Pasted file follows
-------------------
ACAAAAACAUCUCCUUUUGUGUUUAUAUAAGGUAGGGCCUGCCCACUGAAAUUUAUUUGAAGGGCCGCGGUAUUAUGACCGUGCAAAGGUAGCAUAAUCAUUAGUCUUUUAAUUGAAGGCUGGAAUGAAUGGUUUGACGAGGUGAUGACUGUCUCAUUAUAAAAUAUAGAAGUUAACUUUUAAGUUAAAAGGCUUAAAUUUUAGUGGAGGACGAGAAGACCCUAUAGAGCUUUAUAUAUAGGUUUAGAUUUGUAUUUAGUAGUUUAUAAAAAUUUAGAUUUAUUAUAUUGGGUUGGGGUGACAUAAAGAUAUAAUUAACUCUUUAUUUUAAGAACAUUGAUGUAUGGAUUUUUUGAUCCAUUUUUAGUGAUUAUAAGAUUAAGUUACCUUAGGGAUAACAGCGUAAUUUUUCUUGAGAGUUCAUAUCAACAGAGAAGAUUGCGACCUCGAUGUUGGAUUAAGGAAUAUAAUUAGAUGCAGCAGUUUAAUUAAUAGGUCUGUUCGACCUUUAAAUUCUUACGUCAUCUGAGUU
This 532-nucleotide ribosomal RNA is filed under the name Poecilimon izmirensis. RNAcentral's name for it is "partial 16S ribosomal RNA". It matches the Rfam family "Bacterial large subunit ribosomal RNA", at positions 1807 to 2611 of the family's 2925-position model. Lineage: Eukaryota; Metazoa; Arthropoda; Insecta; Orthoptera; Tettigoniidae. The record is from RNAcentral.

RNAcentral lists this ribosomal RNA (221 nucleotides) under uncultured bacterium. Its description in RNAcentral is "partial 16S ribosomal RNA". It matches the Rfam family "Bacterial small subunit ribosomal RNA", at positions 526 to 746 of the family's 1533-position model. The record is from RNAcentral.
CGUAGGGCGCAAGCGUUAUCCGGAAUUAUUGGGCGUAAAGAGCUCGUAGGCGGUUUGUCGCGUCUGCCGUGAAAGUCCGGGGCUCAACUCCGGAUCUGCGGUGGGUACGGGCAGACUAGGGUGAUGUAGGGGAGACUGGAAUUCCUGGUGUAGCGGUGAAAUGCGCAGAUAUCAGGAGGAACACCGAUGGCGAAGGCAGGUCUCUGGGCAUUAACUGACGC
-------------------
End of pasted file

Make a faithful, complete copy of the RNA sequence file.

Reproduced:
ACAAAAACAUCUCCUUUUGUGUUUAUAUAAGGUAGGGCCUGCCCACUGAAAUUUAUUUGAAGGGCCGCGGUAUUAUGACCGUGCAAAGGUAGCAUAAUCAUUAGUCUUUUAAUUGAAGGCUGGAAUGAAUGGUUUGACGAGGUGAUGACUGUCUCAUUAUAAAAUAUAGAAGUUAACUUUUAAGUUAAAAGGCUUAAAUUUUAGUGGAGGACGAGAAGACCCUAUAGAGCUUUAUAUAUAGGUUUAGAUUUGUAUUUAGUAGUUUAUAAAAAUUUAGAUUUAUUAUAUUGGGUUGGGGUGACAUAAAGAUAUAAUUAACUCUUUAUUUUAAGAACAUUGAUGUAUGGAUUUUUUGAUCCAUUUUUAGUGAUUAUAAGAUUAAGUUACCUUAGGGAUAACAGCGUAAUUUUUCUUGAGAGUUCAUAUCAACAGAGAAGAUUGCGACCUCGAUGUUGGAUUAAGGAAUAUAAUUAGAUGCAGCAGUUUAAUUAAUAGGUCUGUUCGACCUUUAAAUUCUUACGUCAUCUGAGUU
This 532-nucleotide ribosomal RNA is filed under the name Poecilimon izmirensis. RNAcentral's name for it is "partial 16S ribosomal RNA". It matches the Rfam family "Bacterial large subunit ribosomal RNA", at positions 1807 to 2611 of the family's 2925-position model. Lineage: Eukaryota; Metazoa; Arthropoda; Insecta; Orthoptera; Tettigoniidae. The record is from RNAcentral.

RNAcentral lists this ribosomal RNA (221 nucleotides) under uncultured bacterium. Its description in RNAcentral is "partial 16S ribosomal RNA". It matches the Rfam family "Bacterial small subunit ribosomal RNA", at positions 526 to 746 of the family's 1533-position model. The record is from RNAcentral.
CGUAGGGCGCAAGCGUUAUCCGGAAUUAUUGGGCGUAAAGAGCUCGUAGGCGGUUUGUCGCGUCUGCCGUGAAAGUCCGGGGCUCAACUCCGGAUCUGCGGUGGGUACGGGCAGACUAGGGUGAUGUAGGGGAGACUGGAAUUCCUGGUGUAGCGGUGAAAUGCGCAGAUAUCAGGAGGAACACCGAUGGCGAAGGCAGGUCUCUGGGCAUUAACUGACGC